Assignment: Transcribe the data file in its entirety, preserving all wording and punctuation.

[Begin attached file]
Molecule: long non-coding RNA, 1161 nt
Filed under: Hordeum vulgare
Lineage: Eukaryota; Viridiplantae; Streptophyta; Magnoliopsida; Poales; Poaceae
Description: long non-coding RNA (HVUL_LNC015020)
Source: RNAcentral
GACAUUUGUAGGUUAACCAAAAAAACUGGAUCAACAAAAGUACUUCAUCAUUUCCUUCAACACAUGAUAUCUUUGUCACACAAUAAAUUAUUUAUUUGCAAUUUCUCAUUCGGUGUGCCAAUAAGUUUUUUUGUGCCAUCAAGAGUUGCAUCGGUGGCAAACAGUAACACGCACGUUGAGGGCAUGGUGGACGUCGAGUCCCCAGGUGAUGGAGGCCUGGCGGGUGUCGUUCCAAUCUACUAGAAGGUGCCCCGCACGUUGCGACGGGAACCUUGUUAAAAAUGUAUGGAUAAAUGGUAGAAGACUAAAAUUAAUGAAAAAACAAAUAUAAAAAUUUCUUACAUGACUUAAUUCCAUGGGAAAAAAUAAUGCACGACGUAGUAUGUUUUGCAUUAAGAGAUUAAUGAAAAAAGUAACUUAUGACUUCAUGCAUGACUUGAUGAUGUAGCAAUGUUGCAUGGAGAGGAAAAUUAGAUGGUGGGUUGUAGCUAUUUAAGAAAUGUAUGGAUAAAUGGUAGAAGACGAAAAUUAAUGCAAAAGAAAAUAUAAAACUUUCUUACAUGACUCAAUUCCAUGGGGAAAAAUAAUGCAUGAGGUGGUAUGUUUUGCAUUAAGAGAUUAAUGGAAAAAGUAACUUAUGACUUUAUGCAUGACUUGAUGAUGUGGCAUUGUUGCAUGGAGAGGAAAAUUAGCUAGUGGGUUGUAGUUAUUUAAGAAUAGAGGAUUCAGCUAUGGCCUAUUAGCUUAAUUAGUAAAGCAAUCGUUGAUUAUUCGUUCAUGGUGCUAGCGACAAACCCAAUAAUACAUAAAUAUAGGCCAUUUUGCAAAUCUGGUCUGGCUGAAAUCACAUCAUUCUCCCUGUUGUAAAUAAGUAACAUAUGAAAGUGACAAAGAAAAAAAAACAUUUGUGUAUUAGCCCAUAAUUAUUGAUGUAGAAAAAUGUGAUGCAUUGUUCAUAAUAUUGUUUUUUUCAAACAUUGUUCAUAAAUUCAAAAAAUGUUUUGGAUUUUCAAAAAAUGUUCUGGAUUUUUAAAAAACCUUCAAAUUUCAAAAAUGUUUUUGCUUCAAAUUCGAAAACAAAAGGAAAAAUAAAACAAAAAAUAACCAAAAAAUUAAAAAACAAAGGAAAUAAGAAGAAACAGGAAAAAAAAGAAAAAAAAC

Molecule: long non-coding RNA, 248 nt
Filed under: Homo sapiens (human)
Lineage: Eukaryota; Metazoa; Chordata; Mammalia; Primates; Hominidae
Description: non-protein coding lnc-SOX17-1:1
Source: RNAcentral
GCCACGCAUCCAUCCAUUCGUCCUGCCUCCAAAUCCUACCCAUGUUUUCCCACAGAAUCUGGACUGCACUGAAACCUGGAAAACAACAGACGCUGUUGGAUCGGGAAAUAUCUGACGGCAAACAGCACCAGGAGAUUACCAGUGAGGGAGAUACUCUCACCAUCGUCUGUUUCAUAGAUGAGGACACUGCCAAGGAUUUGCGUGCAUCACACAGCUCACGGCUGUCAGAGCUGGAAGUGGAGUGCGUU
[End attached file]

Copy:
Molecule: long non-coding RNA, 1161 nt
Filed under: Hordeum vulgare
Lineage: Eukaryota; Viridiplantae; Streptophyta; Magnoliopsida; Poales; Poaceae
Description: long non-coding RNA (HVUL_LNC015020)
Source: RNAcentral
GACAUUUGUAGGUUAACCAAAAAAACUGGAUCAACAAAAGUACUUCAUCAUUUCCUUCAACACAUGAUAUCUUUGUCACACAAUAAAUUAUUUAUUUGCAAUUUCUCAUUCGGUGUGCCAAUAAGUUUUUUUGUGCCAUCAAGAGUUGCAUCGGUGGCAAACAGUAACACGCACGUUGAGGGCAUGGUGGACGUCGAGUCCCCAGGUGAUGGAGGCCUGGCGGGUGUCGUUCCAAUCUACUAGAAGGUGCCCCGCACGUUGCGACGGGAACCUUGUUAAAAAUGUAUGGAUAAAUGGUAGAAGACUAAAAUUAAUGAAAAAACAAAUAUAAAAAUUUCUUACAUGACUUAAUUCCAUGGGAAAAAAUAAUGCACGACGUAGUAUGUUUUGCAUUAAGAGAUUAAUGAAAAAAGUAACUUAUGACUUCAUGCAUGACUUGAUGAUGUAGCAAUGUUGCAUGGAGAGGAAAAUUAGAUGGUGGGUUGUAGCUAUUUAAGAAAUGUAUGGAUAAAUGGUAGAAGACGAAAAUUAAUGCAAAAGAAAAUAUAAAACUUUCUUACAUGACUCAAUUCCAUGGGGAAAAAUAAUGCAUGAGGUGGUAUGUUUUGCAUUAAGAGAUUAAUGGAAAAAGUAACUUAUGACUUUAUGCAUGACUUGAUGAUGUGGCAUUGUUGCAUGGAGAGGAAAAUUAGCUAGUGGGUUGUAGUUAUUUAAGAAUAGAGGAUUCAGCUAUGGCCUAUUAGCUUAAUUAGUAAAGCAAUCGUUGAUUAUUCGUUCAUGGUGCUAGCGACAAACCCAAUAAUACAUAAAUAUAGGCCAUUUUGCAAAUCUGGUCUGGCUGAAAUCACAUCAUUCUCCCUGUUGUAAAUAAGUAACAUAUGAAAGUGACAAAGAAAAAAAAACAUUUGUGUAUUAGCCCAUAAUUAUUGAUGUAGAAAAAUGUGAUGCAUUGUUCAUAAUAUUGUUUUUUUCAAACAUUGUUCAUAAAUUCAAAAAAUGUUUUGGAUUUUCAAAAAAUGUUCUGGAUUUUUAAAAAACCUUCAAAUUUCAAAAAUGUUUUUGCUUCAAAUUCGAAAACAAAAGGAAAAAUAAAACAAAAAAUAACCAAAAAAUUAAAAAACAAAGGAAAUAAGAAGAAACAGGAAAAAAAAGAAAAAAAAC

Molecule: long non-coding RNA, 248 nt
Filed under: Homo sapiens (human)
Lineage: Eukaryota; Metazoa; Chordata; Mammalia; Primates; Hominidae
Description: non-protein coding lnc-SOX17-1:1
Source: RNAcentral
GCCACGCAUCCAUCCAUUCGUCCUGCCUCCAAAUCCUACCCAUGUUUUCCCACAGAAUCUGGACUGCACUGAAACCUGGAAAACAACAGACGCUGUUGGAUCGGGAAAUAUCUGACGGCAAACAGCACCAGGAGAUUACCAGUGAGGGAGAUACUCUCACCAUCGUCUGUUUCAUAGAUGAGGACACUGCCAAGGAUUUGCGUGCAUCACACAGCUCACGGCUGUCAGAGCUGGAAGUGGAGUGCGUU